New York and Connecticut theater reviews and news

New York City Theater

"Some Historic, Some Hysteric"
Clemente Solo Velez Center, Manhattan

Art can indeed transcend brutal reality, transmuting the horrors of history into pure gold. “Some Historic, Some Hysteric” is a case in point. This multi-media performance piece, which deals with the women patients of 19th century mental hospital, is dazzling, brilliant, searing.

Director Ildiko Lujza Nemeth, who conceived the piece with Jessica Sofia Mitrani, based it on the work and notes of Dr. Jean-Martin Charcot. Charcot, literally the founder of modern neurology, “treated” women for hysteria (the catch-all phrase for women’s mental illnesses at that time). As director of the Salpetriere hospital in Paris, he staged theatrical demonstrations, using his patients as performers.

Charcot is seen in this piece as more villain than hero, as he puts his hysterics through their paces, to the titillation of large audiences. Ostensibly a method of scientific inquiry, these stagings were in fact circuses, and the audiences (many of the famous and aristocratic) were not unlike villagers attending a hanging or Romans watching Christians fed to the lions.

The production (all in black, white and red) features a narrator (a stunning woman in red) and a flawless ensemble of dancer/actors, backed by a slide show with talking photographs. There is not a false note anywhere. As Charcot (portrayed with chilling authenticity by Markus Hirnigel) lectures to the audience, he explains each type of hysteric as defined by her symptoms. Sexuality, repressed and otherwise, is the cornerstone for this supposed illness. And Charcot himself, it is gradually revealed, is not above exploiting his patients sexually. Nor is he above exploiting his audience. We are drawn willy-nilly into the action, becoming voyeurs at the Salpetriere hospital.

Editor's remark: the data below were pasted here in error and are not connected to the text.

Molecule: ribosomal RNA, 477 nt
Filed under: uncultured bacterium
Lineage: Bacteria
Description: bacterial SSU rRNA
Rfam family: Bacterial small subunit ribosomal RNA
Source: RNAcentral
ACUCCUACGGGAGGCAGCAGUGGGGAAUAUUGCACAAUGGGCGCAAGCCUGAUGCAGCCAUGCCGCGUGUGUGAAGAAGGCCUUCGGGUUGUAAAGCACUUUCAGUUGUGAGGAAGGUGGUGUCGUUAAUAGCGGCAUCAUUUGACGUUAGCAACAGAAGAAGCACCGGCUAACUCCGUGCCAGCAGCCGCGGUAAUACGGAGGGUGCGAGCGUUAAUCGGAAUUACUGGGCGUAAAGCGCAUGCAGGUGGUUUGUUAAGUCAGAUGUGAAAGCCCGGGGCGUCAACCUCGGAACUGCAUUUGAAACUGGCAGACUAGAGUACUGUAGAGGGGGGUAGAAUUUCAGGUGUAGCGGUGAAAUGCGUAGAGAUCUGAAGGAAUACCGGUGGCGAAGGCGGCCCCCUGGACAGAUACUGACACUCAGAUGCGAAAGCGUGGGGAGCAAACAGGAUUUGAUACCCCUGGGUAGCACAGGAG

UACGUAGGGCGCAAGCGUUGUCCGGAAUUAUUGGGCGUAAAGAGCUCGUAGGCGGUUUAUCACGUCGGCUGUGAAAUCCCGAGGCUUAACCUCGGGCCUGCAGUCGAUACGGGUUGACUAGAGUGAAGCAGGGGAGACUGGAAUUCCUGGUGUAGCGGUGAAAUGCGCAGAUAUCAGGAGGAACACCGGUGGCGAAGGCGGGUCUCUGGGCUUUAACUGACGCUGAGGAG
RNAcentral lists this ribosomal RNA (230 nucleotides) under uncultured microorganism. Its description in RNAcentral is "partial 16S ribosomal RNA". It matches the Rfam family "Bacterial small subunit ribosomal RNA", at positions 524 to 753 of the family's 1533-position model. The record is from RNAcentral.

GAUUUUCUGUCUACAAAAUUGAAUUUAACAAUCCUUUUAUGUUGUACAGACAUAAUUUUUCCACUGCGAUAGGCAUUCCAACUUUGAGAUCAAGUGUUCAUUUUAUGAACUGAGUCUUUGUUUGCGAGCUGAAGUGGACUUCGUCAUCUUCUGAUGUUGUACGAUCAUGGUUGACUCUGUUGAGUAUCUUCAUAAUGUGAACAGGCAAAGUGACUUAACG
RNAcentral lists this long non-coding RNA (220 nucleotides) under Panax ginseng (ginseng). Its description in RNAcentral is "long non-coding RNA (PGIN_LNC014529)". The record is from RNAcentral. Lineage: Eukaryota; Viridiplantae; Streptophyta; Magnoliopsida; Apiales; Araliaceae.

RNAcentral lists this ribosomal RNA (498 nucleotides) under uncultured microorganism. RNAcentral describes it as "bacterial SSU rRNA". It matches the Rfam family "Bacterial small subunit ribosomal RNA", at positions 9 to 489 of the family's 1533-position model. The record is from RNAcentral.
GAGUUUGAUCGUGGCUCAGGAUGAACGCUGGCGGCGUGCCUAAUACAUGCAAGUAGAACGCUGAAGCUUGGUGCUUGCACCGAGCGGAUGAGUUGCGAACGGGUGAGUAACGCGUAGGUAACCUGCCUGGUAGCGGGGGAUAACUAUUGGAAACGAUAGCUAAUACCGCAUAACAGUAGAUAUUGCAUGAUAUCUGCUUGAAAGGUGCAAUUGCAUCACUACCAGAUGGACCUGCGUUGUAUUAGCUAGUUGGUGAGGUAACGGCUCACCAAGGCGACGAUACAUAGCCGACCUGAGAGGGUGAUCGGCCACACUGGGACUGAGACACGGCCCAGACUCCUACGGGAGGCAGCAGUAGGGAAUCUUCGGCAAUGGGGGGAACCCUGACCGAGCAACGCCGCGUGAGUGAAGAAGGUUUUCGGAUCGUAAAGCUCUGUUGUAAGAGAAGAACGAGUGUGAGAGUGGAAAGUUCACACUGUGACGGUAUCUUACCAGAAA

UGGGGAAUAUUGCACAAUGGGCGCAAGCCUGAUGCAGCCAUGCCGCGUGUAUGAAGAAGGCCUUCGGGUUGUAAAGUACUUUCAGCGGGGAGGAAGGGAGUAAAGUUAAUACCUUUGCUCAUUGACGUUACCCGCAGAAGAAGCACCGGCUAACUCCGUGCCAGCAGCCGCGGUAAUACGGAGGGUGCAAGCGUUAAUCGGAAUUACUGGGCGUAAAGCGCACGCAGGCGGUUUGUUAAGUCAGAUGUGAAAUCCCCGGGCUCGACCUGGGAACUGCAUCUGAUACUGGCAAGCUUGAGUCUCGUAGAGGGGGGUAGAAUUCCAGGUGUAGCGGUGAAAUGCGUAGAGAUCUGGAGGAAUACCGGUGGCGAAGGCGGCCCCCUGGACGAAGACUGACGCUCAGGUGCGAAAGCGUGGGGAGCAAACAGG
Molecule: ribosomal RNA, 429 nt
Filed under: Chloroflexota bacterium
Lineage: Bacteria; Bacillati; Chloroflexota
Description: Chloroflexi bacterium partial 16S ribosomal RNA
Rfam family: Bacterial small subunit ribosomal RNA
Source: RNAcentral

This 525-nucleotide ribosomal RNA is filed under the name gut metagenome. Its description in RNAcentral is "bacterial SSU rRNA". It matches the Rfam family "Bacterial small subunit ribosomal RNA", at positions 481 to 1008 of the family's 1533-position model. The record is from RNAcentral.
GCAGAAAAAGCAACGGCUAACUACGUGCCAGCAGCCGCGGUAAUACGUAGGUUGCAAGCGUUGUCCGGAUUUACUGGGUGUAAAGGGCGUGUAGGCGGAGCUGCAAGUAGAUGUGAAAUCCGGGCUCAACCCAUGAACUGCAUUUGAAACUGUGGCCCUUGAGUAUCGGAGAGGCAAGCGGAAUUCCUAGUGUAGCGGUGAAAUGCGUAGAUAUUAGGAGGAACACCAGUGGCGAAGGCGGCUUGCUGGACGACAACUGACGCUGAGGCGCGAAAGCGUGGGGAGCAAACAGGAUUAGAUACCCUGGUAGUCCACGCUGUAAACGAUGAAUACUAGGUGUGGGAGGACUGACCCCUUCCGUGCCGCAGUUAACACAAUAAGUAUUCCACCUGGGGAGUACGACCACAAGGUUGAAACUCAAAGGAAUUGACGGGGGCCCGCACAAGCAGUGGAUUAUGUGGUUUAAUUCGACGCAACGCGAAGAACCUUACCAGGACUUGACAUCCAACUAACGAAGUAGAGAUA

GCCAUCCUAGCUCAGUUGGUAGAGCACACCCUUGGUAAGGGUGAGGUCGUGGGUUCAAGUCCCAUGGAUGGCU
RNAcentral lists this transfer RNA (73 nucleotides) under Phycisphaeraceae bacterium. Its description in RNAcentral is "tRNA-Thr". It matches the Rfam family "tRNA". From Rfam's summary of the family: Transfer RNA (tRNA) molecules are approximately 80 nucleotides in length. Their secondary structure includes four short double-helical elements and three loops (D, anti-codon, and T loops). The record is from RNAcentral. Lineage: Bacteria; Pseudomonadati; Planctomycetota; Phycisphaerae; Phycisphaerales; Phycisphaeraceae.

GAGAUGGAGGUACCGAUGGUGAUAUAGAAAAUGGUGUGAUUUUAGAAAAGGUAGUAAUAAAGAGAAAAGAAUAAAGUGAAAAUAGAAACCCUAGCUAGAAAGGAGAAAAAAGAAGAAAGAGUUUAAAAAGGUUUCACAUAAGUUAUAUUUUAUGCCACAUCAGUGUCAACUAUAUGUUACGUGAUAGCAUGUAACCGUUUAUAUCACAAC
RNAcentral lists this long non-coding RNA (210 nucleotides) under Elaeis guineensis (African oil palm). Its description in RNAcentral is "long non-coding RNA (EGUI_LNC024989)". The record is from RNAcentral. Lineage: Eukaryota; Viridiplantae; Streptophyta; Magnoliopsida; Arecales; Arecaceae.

This view of the birth pangs of modern neurology is indeed devastating. But at the same time, it is an awesome aesthetic experience. Magnificent work, all around, courtesy of its set design, costumes, movement, music, performance and direction.

-- Irene Backalenick
Nov. 13, 2006

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